And the more I explored, the more I found I could gain skills and reap rewards that would make it easier to defeat those bosses that were killing me with some much ease. FromSoftware’s developers didn’t compromise by making it easy to defeat the bosses. But they seeded the world with places where you kill a bunch of relatively weak orcs until you got strong enough to take out the nearby samurai swordsman or some of the beasts that guarded treasures. It was also fun to dip into multiplayer where you could find a friend to help you take on a god with a much better chance of survival.
It was a spooky world where the story only trickled out to you in small portions. You had to explore more of the environment to extract the story, and that appeals to me. I never knew what I was going to find.
This is yet another one of those games where I sank more time into it far beyond what was necessary to do my job. Yet even though I put so much time into it, I could put so much more into it as I try to make more headway in it. Yet while it was so satisfying, it lacked the power to completely draw me into the world. I stayed a long time, but I hit escape velocity and moved on to other ways of having fun.
Developer: Santa Monica Studio
Publisher: Sony Interactive Entertainment
God of War was one of the best games of 2018 because it took an existing and somewhat tired franchise and reimagined it. Kratos turned from an invincible and angry god to a tired one who had a son he was trying to raise. It was an emotional father-and-son journey that had its touching moments. You had a father who could only express anger or disappointment, voice acted brilliantly by Christopher Judge. “Do not be sorry. Be better,” he would tell his son, who was an agent of chaos.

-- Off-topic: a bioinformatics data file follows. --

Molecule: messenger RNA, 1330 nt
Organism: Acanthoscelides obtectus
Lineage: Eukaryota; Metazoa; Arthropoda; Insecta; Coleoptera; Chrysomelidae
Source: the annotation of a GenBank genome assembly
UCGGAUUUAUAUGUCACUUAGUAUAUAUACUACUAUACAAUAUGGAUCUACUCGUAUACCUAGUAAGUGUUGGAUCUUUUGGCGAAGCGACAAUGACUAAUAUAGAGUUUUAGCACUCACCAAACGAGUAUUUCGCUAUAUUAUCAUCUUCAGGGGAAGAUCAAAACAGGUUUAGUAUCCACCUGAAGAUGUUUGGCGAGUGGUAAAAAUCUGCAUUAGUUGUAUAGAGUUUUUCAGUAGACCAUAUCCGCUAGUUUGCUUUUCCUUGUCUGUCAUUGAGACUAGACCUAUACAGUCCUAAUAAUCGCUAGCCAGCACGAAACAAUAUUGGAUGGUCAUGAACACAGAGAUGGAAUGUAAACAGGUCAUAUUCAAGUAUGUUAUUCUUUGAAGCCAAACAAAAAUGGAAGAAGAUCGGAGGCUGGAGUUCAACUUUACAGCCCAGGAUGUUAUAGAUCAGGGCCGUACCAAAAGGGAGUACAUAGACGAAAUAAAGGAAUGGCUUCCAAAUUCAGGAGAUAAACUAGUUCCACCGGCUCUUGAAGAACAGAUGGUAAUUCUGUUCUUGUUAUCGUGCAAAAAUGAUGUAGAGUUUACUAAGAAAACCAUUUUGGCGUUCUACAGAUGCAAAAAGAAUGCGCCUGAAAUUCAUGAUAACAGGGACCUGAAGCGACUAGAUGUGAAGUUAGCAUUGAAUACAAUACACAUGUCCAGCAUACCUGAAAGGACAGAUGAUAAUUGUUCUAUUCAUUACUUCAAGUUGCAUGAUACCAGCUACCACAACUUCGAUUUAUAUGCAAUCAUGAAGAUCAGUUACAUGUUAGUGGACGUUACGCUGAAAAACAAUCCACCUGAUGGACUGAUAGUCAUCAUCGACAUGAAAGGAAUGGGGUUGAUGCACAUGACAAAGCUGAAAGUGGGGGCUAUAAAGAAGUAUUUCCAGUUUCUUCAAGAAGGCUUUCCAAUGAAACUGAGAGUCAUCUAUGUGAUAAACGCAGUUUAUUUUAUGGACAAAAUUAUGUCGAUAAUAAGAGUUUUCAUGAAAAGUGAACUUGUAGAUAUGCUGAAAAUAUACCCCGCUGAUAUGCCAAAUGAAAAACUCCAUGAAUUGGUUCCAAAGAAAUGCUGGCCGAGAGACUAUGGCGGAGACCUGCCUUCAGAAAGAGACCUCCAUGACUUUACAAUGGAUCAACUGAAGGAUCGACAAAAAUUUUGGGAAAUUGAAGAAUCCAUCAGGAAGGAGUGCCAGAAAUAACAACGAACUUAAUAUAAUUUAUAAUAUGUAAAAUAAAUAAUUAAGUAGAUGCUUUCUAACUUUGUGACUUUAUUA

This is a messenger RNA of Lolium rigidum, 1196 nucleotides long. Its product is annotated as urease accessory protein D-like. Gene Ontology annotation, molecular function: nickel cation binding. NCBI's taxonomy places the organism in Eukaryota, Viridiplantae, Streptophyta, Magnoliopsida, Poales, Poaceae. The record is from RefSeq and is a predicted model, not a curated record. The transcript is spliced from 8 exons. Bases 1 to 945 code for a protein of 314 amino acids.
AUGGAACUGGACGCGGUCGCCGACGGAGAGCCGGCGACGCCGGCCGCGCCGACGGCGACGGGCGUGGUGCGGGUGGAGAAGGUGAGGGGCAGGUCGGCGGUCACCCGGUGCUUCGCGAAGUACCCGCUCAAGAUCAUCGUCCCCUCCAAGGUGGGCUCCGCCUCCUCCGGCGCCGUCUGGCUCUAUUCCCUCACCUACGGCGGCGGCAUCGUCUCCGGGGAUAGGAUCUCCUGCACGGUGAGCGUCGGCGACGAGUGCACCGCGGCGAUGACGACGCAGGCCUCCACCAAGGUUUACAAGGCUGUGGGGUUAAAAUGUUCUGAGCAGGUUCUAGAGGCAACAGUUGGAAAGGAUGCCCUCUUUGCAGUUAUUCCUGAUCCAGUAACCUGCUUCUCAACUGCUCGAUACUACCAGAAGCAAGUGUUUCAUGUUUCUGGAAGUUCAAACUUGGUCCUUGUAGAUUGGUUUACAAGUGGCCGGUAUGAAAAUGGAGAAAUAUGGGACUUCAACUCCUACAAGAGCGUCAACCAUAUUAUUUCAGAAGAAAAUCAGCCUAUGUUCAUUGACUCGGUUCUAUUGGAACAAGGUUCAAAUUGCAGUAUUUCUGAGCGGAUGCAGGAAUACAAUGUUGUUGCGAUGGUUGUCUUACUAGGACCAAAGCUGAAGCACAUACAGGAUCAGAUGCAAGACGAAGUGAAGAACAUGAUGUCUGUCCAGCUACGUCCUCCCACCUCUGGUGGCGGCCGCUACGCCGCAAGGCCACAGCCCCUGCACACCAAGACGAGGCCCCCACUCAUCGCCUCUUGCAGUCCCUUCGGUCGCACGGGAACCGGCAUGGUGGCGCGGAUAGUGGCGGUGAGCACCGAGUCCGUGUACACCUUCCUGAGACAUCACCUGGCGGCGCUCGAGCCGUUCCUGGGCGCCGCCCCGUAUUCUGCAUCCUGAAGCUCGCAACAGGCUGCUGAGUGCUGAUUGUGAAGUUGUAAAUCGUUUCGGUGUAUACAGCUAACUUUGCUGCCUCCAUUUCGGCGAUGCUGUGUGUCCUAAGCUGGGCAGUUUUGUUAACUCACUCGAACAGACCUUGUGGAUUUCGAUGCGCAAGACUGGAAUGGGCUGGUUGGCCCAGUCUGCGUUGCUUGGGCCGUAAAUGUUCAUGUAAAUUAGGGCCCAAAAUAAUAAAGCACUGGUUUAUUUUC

Now Kratos is still trying to protect his son and control his anger, while the boy has grown his powers and tries to prove he is a god as well, worthy of his father’s approval. They’re going up against the pantheon of the Norse gods, like Thor and Odin, who are like organized criminals in this game. Odin is perfectly played by Richard Schiff, creating the impression that he’s a nice uncle.
As these forces gather against each other for Ragnarok, you see characters attempting to avoid fate and the sense of impending doom. The foreshadowing and echoes in the story underscore the quality of the narrative. The gameplay is well executed and you get new weapons and companions that give you new tools to master as you wipe out half of all breathing things on your path to destiny.
Last time around, I voted for the grand epic of Red Dead Redemption 2 over 2018’s God of War. But this story is so intensely personal and tightly woven that the emotions it generated swung me in the other direction against the finest quality of Elden Ring.